This section of Nietzsche’s first essay is directed at examining the context in which the value of good was redefined, shedding light on why the revaluation of morals by the weak is insufficient and lacking conviction and merit. The trend was begun by the Jews and soon turned to the more general “slave revolt in morality” (Nietzsche 34). The slave can be the priest, the peasant, simply the overall commoner who is weak and defined by impotence.
The Jews though, were the first to “invert the aristocratic value-equation… saying ‘the wretched alone are the good; the poor, impotent, lowly alone are the good; the suffering, deprived, sick, ugly alone are pious… and you, the powerful, noble, are on the contrary the evil, the cruel, the lustful, the insatiable, the godless to all eternity; and you shall be in all eternity the unblessed, accursed, and damned” (Nietzsche 34)! The definition of good has been transformed to support the inaction and inferiority of the weak.
Nietzsche does not value this change in moral standards not because he believes they are inherently wrong, but by the process in which they were constructed. The man of resentment, to which we may now refer to in place of the Jew, the priest, the commoner, or the weak, has positioned himself to be seen as good because the powerful aristocratic class is evil, cruel, and damned. This is where the problem lies and where it is seen that the argument of goodness coming from the man of resentment, although plausible and not without merit, is superficially constructed and gives no real convincing advantage to the morality of the weak.
This slave morality that is created by the man of resentment exists only from vengeance of the external idea of good created by the class of nobles that is also external to the weak and resentful. Herein lies the problem. While the powerful noble class has found what they consider good by looking in on themselves, out of their action and their values, the men of resentment on the contrary have only conjured a lucid definition of good by their blind opposition to the conceived good of the nobles.
Nietzsche says, “The inversion of the value-positing eye- this need to direct one’s view outward instead of back to oneself- is of the essence of ressentiment: in order to exist, slave morality always first needs a hostile external world; it needs, physiologically speaking, external stimuli in order to act at all- its action is fundamentally reaction” (Nietzsche 36-37).
The need for an opposing view of what is moral and good is needed for the man of resentment to redefine what he thinks is moral and good, yet Nietzsche argues that the slave morality does not consist of its own definition; it simply labels what was good as evil and assumes this will be a convincing argument for the goodness of those who can define the evil powerful class. The constant comparison the men of resentment make of themselves to the powerful is a fault since the slave morality these men wish to prove is void of real tangible evidence of good and can only define goodness in contrast to the evil of the powerful.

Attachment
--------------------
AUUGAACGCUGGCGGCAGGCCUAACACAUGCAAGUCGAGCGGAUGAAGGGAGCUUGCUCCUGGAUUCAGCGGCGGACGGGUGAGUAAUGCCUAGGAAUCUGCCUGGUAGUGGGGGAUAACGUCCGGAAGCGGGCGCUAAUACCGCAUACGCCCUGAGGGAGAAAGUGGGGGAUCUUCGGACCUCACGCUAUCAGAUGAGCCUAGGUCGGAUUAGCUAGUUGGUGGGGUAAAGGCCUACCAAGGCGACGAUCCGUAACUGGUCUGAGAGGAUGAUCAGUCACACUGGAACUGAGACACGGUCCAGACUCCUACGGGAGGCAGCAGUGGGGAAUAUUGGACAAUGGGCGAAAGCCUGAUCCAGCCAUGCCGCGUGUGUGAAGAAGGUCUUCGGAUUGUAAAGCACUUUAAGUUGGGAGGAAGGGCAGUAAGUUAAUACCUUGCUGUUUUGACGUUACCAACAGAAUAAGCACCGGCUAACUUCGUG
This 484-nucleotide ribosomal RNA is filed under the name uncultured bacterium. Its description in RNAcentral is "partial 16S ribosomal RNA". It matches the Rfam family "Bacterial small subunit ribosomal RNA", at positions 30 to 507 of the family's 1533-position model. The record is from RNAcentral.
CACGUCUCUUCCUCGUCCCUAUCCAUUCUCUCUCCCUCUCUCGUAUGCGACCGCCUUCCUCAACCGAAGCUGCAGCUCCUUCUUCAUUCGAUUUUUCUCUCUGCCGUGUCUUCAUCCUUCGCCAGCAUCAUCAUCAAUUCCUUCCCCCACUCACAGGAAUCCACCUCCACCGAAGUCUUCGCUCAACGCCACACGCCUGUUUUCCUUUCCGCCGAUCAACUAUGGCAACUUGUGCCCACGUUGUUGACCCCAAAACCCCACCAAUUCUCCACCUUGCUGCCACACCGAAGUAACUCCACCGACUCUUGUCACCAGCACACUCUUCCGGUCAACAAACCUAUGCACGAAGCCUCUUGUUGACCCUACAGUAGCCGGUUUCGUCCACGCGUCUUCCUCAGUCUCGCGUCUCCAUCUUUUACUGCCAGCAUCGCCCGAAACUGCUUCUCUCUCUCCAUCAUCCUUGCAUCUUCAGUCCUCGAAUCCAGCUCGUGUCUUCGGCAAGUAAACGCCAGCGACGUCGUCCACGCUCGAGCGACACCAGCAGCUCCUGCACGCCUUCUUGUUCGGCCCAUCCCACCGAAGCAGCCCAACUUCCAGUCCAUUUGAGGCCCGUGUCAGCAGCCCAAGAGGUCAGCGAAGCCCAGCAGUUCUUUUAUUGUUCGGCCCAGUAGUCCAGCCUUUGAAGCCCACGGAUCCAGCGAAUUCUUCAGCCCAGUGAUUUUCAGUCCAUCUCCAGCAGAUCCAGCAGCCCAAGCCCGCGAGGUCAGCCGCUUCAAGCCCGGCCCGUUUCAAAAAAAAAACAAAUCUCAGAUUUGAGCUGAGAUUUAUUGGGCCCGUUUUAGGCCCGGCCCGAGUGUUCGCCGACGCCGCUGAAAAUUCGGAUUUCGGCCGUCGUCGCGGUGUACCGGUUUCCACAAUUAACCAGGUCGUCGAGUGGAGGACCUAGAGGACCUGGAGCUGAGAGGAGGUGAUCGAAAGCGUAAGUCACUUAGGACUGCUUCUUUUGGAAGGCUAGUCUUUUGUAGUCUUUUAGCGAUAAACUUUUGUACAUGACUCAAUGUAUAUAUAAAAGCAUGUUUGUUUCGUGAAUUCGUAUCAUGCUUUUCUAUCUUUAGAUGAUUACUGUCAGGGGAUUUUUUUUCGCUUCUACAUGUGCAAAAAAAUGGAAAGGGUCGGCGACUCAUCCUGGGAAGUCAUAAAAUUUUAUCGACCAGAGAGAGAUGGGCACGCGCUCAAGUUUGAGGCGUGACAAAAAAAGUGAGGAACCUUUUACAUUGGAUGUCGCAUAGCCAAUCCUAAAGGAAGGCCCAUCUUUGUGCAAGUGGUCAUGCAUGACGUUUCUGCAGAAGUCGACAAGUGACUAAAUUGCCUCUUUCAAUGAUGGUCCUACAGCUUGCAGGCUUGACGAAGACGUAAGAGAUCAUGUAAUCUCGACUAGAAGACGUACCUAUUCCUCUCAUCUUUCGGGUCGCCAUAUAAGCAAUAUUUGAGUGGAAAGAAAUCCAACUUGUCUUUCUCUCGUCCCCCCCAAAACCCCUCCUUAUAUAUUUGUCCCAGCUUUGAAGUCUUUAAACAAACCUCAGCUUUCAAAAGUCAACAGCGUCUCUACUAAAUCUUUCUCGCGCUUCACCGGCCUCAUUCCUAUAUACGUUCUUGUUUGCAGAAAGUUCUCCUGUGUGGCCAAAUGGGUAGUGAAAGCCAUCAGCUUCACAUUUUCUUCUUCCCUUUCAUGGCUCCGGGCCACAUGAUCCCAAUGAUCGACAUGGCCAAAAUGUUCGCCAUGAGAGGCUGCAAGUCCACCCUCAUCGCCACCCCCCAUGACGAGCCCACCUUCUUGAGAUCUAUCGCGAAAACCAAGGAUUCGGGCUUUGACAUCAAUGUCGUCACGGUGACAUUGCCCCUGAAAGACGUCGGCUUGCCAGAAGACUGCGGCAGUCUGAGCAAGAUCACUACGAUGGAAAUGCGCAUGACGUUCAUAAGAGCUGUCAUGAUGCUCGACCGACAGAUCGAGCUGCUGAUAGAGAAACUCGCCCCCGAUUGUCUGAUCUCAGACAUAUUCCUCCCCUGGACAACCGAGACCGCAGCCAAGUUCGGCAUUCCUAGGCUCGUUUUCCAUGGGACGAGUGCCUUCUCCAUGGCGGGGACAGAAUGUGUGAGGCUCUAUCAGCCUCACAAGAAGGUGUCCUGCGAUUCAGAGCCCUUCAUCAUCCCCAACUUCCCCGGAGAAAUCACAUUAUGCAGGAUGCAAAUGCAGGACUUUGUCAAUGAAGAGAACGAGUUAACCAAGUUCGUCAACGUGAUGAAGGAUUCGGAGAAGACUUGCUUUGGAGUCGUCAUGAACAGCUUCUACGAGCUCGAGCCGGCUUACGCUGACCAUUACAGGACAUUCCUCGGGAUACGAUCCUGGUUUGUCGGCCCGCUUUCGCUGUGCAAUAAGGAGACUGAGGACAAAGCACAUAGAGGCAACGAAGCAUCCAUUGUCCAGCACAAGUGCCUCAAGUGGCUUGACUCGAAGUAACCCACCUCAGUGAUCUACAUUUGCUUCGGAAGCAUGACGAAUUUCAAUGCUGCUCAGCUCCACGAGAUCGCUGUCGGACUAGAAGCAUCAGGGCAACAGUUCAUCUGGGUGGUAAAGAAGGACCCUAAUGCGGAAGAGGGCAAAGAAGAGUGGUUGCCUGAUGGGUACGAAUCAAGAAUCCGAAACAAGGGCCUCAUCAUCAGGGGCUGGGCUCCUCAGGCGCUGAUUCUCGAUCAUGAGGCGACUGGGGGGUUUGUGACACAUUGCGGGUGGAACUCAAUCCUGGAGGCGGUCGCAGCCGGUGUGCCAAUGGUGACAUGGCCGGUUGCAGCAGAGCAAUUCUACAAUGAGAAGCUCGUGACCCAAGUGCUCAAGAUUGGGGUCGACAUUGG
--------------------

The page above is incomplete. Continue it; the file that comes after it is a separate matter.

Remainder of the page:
These powerful are given the upper hand because of the way they define their goodness. Whereas the men of resentment form their slave morality by the external examination of the powerful, “The reverse is the case with the noble mode of valuation: it acts and grows spontaneously, its seeks its opposite only so as to affirm itself more gratefully and triumphantly- its negative concept ‘low,’ ‘common,’ ‘bad’ is only a subsequently-invented pale, contrasting image in relation to its positive basic concept” (Nietzsche 37).
The difference is in the contempt the powerful have for the weak as opposed to the resentment the weak have for the powerful. The contempt of the weak is weak itself, where it is only a product of the original definition of good. Yet the resentment of the weak is a force that defines them instead of seeing this resentment as only valuable to define what is evil or bad after a self-created concept of good is in place. The man of resentment therefore places value in his opposition to evil.
While the evil of the powerful noble class manifests itself in actions of cruelty at times, the powerful are also more capable of better things, as they “…felt themselves to be ‘happy’; they did not have to establish their happiness artificially by examining their enemies, or to persuade themselves, deceive themselves, that they were happy” (Nietzsche 38). The man of resentment on the contrary is burdened by his constant comparison to the evil, continuously having to convince himself that he is indeed good instead of just living that way.
The man of resentment is in an unfavorable and unfortunate disadvantage. His opposition to the powerful noble always defines his livelihood and happiness, whereas the noble lives a life more free, void of constant comparison. The man of resentment defines the moral values of good and evil out of vengeance and in contrast to the self-established morality of the powerful aristocratic class. These men of resentment, who Nietzsche argues are naturally weak, define goodness not by looking to themselves but by examining the external world of the powerful, which they perceive as evil.
The weak superficially construct strength and power from their inferior position by defining good as their humble and peaceful attitude, a substitution for their natural weakness and inability to challenge the strength of the powerful noble class. These men of weakness have historically succeeded in defining their inferiority as good by demonizing the powerful, but this self-deception constrains the livelihood of the weak as they are weighed down by their constant resentment of the powerful that only hold indifferent contempt for the weak. The weak are only redefining the form of slavery that is weakness with a self-deceptive concept of good.